"As an American, I never thought that one day I'd end up in New Zealand, teaching students about the life and works of one of Aotearoa's most legendary photographers – but here I am!
I'm the first-ever recipient of the Marti Friedlander Lectureship at the University of Auckland, and I think I'm really lucky to be here lecturing about the incredibly important art that is photography.
We're all photographers now – we all take pictures with our phones, and we look at so many images all the time. Everyone should have a visual literacy of how to decode images, not just students!
My journey here started in Massachusetts. My mum was a psychology professor and my dad an artist, so I guess it makes sense that I've ended up where I am!
After bouncing around the east and west coasts of the US for my under-graduate degree, masters and PhD, I travelled to India and continued my research.
I was blown away when I arrived there – the social complexity is extraordinary.
It's the same reason I love New York – at any given moment there are 50 different things happening at once. I became addicted to trying to under-stand that sort of situation.
Marti herself came to New Zealand from London, a huge metropolis, and she made her name photographing daily life in comparatively sleepy New Zealand.
As I started to learn her story, I was really struck by how adventurous she'd been to come and make her life in New Zealand, a place she didn't know. I came here from New York and Delhi, so I understand – I thought it was remarkable she could find such magic and mystery in a new place.
I saw an ad for this job online and I thought it would be amazing. There are so many brilliant contemporary photographers from all over the world that I didn't know, so it didn't surprise me at all that there was someone with a wonderful history that I wasn't familiar with.
I sent in my application and was delighted and surprised to hear back!
My husband, Martin, and I packed up our lives, and I was so excited to start my career in a completely different continent.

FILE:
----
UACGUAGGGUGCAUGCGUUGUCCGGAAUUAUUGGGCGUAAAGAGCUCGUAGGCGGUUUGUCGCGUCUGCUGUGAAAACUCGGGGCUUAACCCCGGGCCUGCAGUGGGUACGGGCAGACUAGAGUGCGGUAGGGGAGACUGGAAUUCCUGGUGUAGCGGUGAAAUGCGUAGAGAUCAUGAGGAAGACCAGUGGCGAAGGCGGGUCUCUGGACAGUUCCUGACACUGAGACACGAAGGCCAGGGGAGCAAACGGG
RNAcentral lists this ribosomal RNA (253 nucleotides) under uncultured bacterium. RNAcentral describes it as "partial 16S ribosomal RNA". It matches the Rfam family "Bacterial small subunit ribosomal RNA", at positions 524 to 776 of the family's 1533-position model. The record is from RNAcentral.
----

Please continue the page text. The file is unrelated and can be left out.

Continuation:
I love that the position focuses on photography.
Having a photography specialist at the University of Auckland is brand new, and it's an incredible position as it was endowed by the Marti Friedlander Trust.
Establishing such as a trust was also a remarkable act of generosity by Marti's husband, Gerrard − she passed away in 2016 following a battle with breast cancer.
The trust has made my job possible, as well as allow students to learn about photography in a way they wouldn't otherwise.
The best part of my job is the students.
I love thinking and talking about photographs and art history, but when you see a student learning about these things for the first time, you just remember how amazing it is.
In fact, I think any time students have the chance to learn about something a bit more specialised is a wonderful opportunity.
Every genre of art history is important in its own way, but I think photography is becoming more and more relevant to everybody's day-to-day lives.
I reckon Marti would have been thrilled about the lectureship. Any photographer would hope that people could have the opportunity to think carefully and deeply about photographs, and understand their history.
I have to say, when people learn about my job they often say things such as, 'I knew Marti! I loved her, she was an amazing woman, she was such a firecracker.'
I feel like I would have really, really liked her, and I'm sad I never got the chance to meet her.
I'm not a photographer myself anymore − I did a bit in high school and I think I'd like to get back into it at some point, but I think after you study, for me at least, I would have such high standards for myself that perhaps it might be hard!
Martin (48) has been here in New Zealand with me. He had a sabbatical from his job as a professor of philosophy and I think he's really fallen in love with the country.
He looks forward to spending as much time as he can here when he's not teaching. When I'm not teaching, I spend some time in New York as well.
So far, I've really, really enjoyed New Zealand. It's incredibly beautiful – I guess everyone says that – but the plant life is just incredible. I feel like I'm living in an enchanted kingdom!"
If you could study anything else, what would it be?
That's hard! Writing.
Do you have a favourite artist?
No, too many!
One thing about New Zealand that we do better than the US?
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